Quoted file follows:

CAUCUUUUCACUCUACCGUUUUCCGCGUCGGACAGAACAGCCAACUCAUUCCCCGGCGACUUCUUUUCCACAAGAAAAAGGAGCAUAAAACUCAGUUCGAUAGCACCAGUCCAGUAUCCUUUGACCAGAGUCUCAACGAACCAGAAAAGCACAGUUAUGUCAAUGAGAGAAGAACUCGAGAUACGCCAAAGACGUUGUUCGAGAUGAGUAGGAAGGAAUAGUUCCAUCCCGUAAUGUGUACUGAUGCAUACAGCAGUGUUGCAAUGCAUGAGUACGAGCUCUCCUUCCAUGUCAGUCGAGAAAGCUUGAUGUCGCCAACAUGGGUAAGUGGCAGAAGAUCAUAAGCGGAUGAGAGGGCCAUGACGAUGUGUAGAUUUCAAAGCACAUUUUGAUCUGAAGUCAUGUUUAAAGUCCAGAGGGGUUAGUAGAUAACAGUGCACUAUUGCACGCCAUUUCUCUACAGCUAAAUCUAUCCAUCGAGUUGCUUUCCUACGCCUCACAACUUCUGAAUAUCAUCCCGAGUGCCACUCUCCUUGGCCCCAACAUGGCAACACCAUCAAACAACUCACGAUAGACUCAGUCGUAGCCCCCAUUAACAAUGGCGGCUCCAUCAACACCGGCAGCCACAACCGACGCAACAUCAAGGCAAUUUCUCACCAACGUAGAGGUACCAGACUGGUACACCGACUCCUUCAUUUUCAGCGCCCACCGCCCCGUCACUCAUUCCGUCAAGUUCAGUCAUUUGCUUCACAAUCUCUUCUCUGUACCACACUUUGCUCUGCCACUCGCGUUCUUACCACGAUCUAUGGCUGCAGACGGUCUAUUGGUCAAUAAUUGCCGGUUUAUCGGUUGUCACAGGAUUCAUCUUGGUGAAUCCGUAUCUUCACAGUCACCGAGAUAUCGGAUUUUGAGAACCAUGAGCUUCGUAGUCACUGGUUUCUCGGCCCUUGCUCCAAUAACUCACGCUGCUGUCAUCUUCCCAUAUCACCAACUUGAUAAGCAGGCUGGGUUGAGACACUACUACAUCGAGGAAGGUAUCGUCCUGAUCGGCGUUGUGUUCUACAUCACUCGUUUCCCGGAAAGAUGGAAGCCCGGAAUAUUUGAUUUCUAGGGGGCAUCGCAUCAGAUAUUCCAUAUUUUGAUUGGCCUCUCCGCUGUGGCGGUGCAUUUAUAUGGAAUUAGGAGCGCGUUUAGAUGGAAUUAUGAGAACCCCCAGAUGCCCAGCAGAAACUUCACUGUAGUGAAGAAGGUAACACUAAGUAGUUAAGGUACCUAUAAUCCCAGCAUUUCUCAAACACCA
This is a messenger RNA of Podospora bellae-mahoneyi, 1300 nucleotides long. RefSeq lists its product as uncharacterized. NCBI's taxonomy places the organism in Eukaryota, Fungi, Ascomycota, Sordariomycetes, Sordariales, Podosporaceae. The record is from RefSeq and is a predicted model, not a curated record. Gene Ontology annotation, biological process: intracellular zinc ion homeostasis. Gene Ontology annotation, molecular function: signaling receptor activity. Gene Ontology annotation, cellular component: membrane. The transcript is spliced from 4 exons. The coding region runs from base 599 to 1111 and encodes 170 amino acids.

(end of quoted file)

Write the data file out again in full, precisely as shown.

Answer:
CAUCUUUUCACUCUACCGUUUUCCGCGUCGGACAGAACAGCCAACUCAUUCCCCGGCGACUUCUUUUCCACAAGAAAAAGGAGCAUAAAACUCAGUUCGAUAGCACCAGUCCAGUAUCCUUUGACCAGAGUCUCAACGAACCAGAAAAGCACAGUUAUGUCAAUGAGAGAAGAACUCGAGAUACGCCAAAGACGUUGUUCGAGAUGAGUAGGAAGGAAUAGUUCCAUCCCGUAAUGUGUACUGAUGCAUACAGCAGUGUUGCAAUGCAUGAGUACGAGCUCUCCUUCCAUGUCAGUCGAGAAAGCUUGAUGUCGCCAACAUGGGUAAGUGGCAGAAGAUCAUAAGCGGAUGAGAGGGCCAUGACGAUGUGUAGAUUUCAAAGCACAUUUUGAUCUGAAGUCAUGUUUAAAGUCCAGAGGGGUUAGUAGAUAACAGUGCACUAUUGCACGCCAUUUCUCUACAGCUAAAUCUAUCCAUCGAGUUGCUUUCCUACGCCUCACAACUUCUGAAUAUCAUCCCGAGUGCCACUCUCCUUGGCCCCAACAUGGCAACACCAUCAAACAACUCACGAUAGACUCAGUCGUAGCCCCCAUUAACAAUGGCGGCUCCAUCAACACCGGCAGCCACAACCGACGCAACAUCAAGGCAAUUUCUCACCAACGUAGAGGUACCAGACUGGUACACCGACUCCUUCAUUUUCAGCGCCCACCGCCCCGUCACUCAUUCCGUCAAGUUCAGUCAUUUGCUUCACAAUCUCUUCUCUGUACCACACUUUGCUCUGCCACUCGCGUUCUUACCACGAUCUAUGGCUGCAGACGGUCUAUUGGUCAAUAAUUGCCGGUUUAUCGGUUGUCACAGGAUUCAUCUUGGUGAAUCCGUAUCUUCACAGUCACCGAGAUAUCGGAUUUUGAGAACCAUGAGCUUCGUAGUCACUGGUUUCUCGGCCCUUGCUCCAAUAACUCACGCUGCUGUCAUCUUCCCAUAUCACCAACUUGAUAAGCAGGCUGGGUUGAGACACUACUACAUCGAGGAAGGUAUCGUCCUGAUCGGCGUUGUGUUCUACAUCACUCGUUUCCCGGAAAGAUGGAAGCCCGGAAUAUUUGAUUUCUAGGGGGCAUCGCAUCAGAUAUUCCAUAUUUUGAUUGGCCUCUCCGCUGUGGCGGUGCAUUUAUAUGGAAUUAGGAGCGCGUUUAGAUGGAAUUAUGAGAACCCCCAGAUGCCCAGCAGAAACUUCACUGUAGUGAAGAAGGUAACACUAAGUAGUUAAGGUACCUAUAAUCCCAGCAUUUCUCAAACACCA
This is a messenger RNA of Podospora bellae-mahoneyi, 1300 nucleotides long. RefSeq lists its product as uncharacterized. NCBI's taxonomy places the organism in Eukaryota, Fungi, Ascomycota, Sordariomycetes, Sordariales, Podosporaceae. The record is from RefSeq and is a predicted model, not a curated record. Gene Ontology annotation, biological process: intracellular zinc ion homeostasis. Gene Ontology annotation, molecular function: signaling receptor activity. Gene Ontology annotation, cellular component: membrane. The transcript is spliced from 4 exons. The coding region runs from base 599 to 1111 and encodes 170 amino acids.